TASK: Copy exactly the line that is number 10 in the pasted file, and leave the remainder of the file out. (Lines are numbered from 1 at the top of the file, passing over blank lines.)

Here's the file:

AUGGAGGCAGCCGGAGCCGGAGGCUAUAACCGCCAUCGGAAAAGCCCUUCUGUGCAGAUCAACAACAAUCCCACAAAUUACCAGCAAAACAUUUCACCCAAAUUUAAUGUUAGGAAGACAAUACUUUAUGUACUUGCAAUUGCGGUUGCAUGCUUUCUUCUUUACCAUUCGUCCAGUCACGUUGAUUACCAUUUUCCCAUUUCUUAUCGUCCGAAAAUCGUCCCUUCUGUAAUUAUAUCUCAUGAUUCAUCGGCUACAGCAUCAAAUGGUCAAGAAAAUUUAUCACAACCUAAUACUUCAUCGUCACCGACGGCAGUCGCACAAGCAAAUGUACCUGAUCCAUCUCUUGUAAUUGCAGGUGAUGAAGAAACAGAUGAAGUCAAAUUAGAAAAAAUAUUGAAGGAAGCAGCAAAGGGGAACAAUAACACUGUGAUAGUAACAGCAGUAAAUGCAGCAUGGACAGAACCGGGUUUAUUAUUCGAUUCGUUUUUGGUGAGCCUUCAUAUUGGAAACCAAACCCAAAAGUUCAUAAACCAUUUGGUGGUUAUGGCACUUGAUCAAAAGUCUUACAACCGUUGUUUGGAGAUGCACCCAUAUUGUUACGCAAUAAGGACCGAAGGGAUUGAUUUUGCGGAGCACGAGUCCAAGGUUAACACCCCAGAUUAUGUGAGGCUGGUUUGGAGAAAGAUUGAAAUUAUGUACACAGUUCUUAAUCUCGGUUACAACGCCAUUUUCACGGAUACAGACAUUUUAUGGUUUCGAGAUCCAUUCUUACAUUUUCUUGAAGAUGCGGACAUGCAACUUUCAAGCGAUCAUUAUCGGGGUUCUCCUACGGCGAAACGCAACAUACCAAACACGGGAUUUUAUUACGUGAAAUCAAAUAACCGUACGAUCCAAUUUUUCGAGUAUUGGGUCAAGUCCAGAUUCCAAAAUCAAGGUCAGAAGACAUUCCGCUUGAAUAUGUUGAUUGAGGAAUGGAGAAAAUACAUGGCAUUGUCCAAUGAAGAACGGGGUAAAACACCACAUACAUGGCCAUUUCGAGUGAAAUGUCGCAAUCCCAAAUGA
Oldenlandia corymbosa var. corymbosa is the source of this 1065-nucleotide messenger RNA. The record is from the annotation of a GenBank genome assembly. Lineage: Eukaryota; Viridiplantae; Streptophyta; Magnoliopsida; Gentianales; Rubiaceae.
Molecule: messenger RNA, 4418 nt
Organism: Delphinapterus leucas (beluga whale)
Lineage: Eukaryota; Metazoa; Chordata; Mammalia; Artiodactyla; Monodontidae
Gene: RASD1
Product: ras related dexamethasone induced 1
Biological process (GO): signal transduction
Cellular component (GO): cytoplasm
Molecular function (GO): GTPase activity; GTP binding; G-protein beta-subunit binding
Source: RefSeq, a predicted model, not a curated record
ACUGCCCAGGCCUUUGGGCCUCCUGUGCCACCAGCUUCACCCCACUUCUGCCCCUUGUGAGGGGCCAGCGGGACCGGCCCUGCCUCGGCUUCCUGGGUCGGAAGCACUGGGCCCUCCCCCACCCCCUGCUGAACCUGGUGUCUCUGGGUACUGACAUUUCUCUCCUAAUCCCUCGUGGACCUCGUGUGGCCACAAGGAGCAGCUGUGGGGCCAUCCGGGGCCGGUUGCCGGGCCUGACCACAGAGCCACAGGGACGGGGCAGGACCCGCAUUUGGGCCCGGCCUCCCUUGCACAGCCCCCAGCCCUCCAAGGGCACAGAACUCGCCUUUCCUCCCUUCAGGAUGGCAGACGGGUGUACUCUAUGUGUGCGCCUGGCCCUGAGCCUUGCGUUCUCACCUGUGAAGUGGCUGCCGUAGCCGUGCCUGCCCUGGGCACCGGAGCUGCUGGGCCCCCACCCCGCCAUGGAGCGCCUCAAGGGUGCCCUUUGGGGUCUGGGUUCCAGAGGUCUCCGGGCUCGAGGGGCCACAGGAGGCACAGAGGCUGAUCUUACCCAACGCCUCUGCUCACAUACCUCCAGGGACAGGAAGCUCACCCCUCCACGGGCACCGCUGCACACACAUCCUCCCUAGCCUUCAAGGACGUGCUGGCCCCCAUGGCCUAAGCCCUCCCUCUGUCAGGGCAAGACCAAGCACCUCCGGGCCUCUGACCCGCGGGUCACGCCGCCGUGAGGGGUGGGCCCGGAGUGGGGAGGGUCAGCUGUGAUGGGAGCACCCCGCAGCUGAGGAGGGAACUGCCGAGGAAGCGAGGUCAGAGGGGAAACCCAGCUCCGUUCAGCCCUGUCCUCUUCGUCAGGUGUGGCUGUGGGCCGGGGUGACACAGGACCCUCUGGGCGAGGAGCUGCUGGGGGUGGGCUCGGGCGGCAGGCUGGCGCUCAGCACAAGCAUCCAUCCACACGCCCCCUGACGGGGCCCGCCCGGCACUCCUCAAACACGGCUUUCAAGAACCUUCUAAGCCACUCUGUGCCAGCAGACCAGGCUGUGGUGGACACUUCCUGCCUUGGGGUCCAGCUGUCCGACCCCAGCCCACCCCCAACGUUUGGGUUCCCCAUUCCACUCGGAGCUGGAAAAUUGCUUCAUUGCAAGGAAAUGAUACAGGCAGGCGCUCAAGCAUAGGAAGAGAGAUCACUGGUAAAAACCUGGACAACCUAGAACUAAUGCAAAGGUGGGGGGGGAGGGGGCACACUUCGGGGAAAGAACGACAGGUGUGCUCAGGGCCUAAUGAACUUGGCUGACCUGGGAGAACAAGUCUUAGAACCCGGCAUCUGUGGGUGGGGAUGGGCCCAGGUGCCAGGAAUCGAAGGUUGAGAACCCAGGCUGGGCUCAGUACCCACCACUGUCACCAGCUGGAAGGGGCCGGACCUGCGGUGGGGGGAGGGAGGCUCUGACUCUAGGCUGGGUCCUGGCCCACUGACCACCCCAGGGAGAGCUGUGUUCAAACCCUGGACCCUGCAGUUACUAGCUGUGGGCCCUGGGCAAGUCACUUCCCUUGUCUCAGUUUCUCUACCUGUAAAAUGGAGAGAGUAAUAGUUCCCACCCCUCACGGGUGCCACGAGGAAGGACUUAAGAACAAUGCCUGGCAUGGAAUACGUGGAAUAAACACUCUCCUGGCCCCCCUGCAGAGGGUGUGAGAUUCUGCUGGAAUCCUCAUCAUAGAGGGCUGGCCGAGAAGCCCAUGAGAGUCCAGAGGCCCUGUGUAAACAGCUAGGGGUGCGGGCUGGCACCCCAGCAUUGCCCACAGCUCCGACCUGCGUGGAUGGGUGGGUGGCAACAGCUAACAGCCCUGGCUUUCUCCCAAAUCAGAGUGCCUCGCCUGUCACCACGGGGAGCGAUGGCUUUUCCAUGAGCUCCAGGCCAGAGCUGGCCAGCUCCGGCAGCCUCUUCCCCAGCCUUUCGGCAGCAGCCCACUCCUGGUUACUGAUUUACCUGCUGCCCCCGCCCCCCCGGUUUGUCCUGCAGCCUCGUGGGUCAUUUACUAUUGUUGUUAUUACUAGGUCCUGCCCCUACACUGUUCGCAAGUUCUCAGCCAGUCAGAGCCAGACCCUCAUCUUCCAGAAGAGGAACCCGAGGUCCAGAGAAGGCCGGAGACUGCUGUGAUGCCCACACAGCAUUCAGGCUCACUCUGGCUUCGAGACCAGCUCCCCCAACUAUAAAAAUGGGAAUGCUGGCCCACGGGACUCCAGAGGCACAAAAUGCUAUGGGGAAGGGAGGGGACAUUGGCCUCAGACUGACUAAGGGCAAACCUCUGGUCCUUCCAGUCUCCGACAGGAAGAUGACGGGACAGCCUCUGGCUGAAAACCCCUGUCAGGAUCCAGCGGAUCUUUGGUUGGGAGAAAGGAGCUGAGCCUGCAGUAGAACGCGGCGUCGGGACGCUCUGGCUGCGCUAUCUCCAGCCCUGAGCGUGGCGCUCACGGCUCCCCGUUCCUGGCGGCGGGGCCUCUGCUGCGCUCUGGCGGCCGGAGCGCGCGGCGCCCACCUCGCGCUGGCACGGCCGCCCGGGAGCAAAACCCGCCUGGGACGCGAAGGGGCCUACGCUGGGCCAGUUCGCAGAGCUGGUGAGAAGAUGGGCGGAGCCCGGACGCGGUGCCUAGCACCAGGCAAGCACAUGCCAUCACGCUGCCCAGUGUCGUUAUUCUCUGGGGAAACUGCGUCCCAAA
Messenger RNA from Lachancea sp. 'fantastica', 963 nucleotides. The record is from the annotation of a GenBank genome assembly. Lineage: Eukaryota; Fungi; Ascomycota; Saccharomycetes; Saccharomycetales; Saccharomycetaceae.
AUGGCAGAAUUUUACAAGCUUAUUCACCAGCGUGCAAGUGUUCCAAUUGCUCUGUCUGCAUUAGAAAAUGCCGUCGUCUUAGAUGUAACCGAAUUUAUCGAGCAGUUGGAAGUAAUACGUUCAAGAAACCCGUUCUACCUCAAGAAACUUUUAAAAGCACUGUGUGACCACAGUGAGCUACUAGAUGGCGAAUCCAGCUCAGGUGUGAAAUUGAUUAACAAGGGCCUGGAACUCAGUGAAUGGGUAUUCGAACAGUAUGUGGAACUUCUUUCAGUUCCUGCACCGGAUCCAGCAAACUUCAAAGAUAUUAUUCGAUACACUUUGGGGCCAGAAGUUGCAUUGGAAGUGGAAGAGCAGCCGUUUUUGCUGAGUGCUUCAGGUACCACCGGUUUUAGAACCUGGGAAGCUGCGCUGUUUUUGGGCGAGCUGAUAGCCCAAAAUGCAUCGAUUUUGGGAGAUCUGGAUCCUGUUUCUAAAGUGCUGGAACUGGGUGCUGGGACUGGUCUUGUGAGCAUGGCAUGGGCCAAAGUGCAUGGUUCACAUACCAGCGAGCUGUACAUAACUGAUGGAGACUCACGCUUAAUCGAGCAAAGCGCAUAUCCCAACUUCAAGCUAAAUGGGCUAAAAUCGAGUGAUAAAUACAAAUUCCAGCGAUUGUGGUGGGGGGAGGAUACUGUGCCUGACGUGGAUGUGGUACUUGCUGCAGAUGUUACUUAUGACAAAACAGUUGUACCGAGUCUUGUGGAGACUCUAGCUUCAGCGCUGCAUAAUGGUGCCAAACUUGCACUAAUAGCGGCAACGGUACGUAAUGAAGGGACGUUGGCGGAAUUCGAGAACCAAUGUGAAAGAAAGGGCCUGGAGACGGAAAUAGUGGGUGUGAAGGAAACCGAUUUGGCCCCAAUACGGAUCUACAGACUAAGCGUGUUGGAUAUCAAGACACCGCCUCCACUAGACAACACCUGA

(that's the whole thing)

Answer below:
Molecular function (GO): GTPase activity; GTP binding; G-protein beta-subunit binding